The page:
05 August 2017

'Raag Desh' - Review

A review of 'Raag Desh':

In 1937, Japan started World War 2 by invading China. In 1939, Germany started the war in Europe by invading Poland. Britain declared war on Germany on behalf of the entire British Empire, including India – without the consent of Indians. In 1941, Japan attacked America and invaded South East Asia. Again Britain declared war on Japan on behalf of the entire British Empire, including India – without the consent of Indians.

Accordingly, the British Indian Army fought against the Japanese Army in South East Asia. Though it fought bravely, it lost and had to surrender in 1942. Then Subhash Chandra Bose came and told the Indian soldiers that their real duty was to fight against the British – and free India. Around 50,000 soldiers answered his call – and the Indian National Army (Azad Hind Fauj) was born.

INA fought bravely against the British under the leadership of Bose. But finally in 1945, America defeated Japan – and INA had to surrender to the British. The British denounced all INA soldiers as traitors and decided to court-martial all INA officers for treason. They started by court-martialling 3 officers (Prem Kumar Sehgal, Gurbaksh Singh Dhillon, Shah Nawaz Khan) in Red Fort in November 1945. The Indian National Congress decided to defend the 3 officers. It chose the eminent lawyer Bhulabhai Desai for the job.

The court-martial was just a formality. The verdict was a foregone conclusion. But Bhulabhai Desai fought the case like a tiger – using all his legal expertise. Finally in December the trial ended as expected: all the 3 officers were found guilty.

Meanwhile with the end of the war, Indians gradually came to know about the heroism of Bose and his INA. The whole country was filled with respect and admiration for their patriotism and courage. The court-martial only served to ignite the already burning hearts of Indians. The British came to know this and wisely decided not to punish the 3 officers – they simply dismissed them from the Army.

How did Britain rule India for 200 years? A country can rule another country only by force – ie, by its army. But an army needs men. So how could a small country like Britain have an army big enough to control a big country like India (which was 25 times bigger)? The simple answer is that it did not. The 'British Army' in India was actually a British Indian Army. That is, only its officers were British – all the soldiers were Indians. So how did Britain control India with this British Indian Army? Simple: The Indian soldiers were loyal to the British. Thus the central fact about British rule in India was that it depended completely on one factor: the loyalty of Indian soldiers to the British. As long as this factor existed, the British Raj was unshakable.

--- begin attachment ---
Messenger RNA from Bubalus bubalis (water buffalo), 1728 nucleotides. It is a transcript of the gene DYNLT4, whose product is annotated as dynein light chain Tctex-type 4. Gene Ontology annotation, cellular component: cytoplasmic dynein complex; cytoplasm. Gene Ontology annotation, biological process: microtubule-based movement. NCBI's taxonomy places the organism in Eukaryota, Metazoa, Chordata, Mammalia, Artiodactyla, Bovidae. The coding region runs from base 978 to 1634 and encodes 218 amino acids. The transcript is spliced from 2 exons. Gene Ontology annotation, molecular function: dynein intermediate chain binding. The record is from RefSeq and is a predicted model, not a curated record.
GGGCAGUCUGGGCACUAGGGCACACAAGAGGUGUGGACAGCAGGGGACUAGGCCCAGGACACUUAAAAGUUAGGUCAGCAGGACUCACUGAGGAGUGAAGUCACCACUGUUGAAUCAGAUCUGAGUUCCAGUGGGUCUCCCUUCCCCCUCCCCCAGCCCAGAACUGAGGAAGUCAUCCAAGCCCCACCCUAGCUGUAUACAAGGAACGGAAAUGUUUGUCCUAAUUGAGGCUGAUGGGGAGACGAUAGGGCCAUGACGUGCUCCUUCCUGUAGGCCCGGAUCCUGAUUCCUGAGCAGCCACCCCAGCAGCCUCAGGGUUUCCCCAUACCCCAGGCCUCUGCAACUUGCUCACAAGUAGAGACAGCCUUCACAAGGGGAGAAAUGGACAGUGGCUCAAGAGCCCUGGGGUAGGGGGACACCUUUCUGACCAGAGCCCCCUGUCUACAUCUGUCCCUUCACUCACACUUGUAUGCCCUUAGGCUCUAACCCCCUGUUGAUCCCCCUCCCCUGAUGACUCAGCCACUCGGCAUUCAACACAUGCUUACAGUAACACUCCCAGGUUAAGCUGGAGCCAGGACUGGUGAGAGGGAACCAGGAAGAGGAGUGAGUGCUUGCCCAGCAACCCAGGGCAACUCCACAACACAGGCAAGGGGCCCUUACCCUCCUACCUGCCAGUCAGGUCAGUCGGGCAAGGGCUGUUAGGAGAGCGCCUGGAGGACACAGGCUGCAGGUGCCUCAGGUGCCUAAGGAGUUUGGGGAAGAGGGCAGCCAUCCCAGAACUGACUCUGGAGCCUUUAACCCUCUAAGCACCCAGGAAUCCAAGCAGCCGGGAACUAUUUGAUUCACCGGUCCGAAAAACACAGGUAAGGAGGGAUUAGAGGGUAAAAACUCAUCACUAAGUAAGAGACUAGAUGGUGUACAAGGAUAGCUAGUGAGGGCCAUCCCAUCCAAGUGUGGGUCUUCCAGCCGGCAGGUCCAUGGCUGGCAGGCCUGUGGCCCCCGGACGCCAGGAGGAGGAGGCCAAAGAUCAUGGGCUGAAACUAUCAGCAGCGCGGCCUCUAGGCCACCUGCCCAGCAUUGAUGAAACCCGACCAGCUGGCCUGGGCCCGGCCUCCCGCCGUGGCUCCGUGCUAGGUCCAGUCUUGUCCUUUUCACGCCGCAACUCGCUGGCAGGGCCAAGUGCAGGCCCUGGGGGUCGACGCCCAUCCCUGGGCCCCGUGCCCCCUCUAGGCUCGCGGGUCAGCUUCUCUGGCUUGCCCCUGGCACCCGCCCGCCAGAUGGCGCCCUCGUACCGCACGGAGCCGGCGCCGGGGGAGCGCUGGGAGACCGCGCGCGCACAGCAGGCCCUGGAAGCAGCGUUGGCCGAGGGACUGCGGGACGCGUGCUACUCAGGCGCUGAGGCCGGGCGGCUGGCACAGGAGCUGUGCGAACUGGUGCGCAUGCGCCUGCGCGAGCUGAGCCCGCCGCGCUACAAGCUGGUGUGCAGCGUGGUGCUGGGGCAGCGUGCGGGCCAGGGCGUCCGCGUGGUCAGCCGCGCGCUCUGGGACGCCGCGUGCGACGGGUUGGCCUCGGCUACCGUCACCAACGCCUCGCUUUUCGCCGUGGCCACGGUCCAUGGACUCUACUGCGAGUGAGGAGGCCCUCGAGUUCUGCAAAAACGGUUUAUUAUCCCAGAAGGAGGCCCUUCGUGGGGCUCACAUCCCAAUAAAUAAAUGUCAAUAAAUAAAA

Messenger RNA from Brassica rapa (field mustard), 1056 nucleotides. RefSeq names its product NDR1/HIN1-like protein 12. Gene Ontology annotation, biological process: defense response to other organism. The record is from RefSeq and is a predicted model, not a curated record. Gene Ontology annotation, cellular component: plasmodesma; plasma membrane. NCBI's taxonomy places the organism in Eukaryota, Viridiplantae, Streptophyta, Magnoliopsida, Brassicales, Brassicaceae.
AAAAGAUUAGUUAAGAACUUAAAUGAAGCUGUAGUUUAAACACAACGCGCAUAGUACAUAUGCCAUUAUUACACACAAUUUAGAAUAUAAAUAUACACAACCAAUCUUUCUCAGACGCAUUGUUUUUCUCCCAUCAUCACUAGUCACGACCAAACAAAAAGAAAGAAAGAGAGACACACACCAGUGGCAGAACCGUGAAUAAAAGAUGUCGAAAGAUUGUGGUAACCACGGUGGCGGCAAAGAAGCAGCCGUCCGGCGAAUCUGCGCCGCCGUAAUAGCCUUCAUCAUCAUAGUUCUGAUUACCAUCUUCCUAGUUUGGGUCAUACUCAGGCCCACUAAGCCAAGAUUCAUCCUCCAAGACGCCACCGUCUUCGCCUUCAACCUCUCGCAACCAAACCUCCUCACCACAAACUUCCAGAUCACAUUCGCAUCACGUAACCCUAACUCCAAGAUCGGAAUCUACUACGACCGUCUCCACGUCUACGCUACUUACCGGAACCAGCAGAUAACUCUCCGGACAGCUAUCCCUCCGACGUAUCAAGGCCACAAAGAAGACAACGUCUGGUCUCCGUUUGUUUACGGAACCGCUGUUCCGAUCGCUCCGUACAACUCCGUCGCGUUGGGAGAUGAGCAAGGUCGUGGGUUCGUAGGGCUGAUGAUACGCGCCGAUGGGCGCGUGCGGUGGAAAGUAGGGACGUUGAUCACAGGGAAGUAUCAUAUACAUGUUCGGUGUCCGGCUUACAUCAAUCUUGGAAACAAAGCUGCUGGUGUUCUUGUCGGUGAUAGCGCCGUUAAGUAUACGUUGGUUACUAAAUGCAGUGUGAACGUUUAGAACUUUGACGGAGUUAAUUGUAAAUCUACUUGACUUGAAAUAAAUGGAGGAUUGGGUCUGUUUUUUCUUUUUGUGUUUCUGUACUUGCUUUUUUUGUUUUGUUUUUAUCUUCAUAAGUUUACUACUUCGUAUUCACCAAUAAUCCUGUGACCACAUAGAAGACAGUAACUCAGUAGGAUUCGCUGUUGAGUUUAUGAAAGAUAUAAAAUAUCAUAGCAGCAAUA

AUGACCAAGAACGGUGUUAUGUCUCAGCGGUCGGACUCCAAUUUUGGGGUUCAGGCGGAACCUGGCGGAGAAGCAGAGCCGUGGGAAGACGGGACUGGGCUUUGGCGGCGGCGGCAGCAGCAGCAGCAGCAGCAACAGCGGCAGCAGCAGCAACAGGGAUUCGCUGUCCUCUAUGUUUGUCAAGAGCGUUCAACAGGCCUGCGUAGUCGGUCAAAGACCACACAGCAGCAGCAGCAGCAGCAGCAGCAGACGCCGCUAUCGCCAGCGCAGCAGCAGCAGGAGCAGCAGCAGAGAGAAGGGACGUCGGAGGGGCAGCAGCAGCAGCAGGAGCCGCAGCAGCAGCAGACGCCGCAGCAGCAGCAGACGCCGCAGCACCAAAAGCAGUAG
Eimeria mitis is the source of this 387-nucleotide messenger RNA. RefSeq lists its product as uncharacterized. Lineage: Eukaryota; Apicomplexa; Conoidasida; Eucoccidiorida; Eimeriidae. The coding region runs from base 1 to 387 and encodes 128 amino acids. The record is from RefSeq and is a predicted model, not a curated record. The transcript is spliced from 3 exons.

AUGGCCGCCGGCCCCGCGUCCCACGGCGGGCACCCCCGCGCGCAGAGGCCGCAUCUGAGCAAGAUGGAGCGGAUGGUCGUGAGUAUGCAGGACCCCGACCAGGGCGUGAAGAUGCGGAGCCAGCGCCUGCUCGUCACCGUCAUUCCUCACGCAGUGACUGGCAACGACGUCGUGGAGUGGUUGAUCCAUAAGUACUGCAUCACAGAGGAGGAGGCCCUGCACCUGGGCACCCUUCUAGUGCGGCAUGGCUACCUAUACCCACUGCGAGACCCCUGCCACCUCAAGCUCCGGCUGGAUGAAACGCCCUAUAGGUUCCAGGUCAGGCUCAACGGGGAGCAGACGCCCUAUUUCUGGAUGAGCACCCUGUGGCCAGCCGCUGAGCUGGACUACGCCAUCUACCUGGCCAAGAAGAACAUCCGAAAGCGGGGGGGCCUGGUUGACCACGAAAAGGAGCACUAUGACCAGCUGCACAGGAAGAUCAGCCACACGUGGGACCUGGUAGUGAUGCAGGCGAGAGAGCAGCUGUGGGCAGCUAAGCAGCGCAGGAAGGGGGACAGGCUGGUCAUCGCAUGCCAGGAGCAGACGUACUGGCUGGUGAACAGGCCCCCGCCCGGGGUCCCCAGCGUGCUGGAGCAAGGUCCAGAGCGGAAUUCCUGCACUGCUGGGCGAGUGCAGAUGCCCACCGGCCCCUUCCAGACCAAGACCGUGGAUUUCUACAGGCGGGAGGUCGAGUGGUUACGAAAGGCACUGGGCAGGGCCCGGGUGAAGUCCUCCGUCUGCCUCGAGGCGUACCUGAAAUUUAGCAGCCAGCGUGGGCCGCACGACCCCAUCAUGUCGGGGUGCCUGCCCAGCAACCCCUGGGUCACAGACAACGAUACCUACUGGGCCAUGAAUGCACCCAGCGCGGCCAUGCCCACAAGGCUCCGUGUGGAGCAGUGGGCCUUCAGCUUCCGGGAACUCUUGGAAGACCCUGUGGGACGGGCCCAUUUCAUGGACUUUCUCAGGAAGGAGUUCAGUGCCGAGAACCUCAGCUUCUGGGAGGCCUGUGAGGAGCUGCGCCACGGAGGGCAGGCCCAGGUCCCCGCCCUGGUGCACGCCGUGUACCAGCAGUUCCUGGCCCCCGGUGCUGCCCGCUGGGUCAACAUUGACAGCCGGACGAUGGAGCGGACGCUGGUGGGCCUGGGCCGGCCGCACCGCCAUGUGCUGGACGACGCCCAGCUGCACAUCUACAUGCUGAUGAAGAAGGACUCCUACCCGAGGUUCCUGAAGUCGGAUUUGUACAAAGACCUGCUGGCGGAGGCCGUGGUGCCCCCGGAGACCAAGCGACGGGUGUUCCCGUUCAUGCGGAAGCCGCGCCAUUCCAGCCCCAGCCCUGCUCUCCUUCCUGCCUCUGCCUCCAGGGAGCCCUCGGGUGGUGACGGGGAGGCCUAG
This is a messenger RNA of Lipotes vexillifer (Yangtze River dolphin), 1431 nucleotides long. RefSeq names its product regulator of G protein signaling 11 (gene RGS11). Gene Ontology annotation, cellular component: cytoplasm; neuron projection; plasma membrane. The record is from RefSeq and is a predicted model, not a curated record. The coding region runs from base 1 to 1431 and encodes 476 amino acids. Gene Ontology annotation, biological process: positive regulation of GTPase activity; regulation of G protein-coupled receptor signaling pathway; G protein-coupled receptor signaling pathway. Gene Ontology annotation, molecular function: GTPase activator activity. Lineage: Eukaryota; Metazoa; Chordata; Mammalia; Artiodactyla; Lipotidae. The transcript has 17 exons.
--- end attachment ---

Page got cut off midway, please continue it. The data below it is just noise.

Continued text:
The heroics of INA in the war and the court-martial of its officers ignited the flame of patriotism in not just ordinary Indians – but more importantly, among Indian soldiers. Just a month after the court-martial (in February 1946) 10,000 sailors of the Indian Navy revolted against the British. The revolt was somehow put down, but the British realised what was happening. The foundation of their rule – the loyalty of Indian soldiers – had disappeared. The writing was on the wall – their rule in India was over. A year later (in February 1947) Britain's Prime Minister Clement Attlee announced that the British would leave India.

Tigmanshu Dhulia's Raag Desh tells the story of this important chapter in India's history. Our Leftist historians have completely erased Subhash Chandra Bose and INA from the story of our freedom struggle. Raag Desh provides a much-needed corrective to this gross distortion. Mohit Marwah, Amit Sadh and Kunal Kapoor play the 3 officers and Kenny Basumatary plays Subhash Chandra Bose. The movie features the famous INA marching song 'Kadam Kadam Badhaye Ja'.

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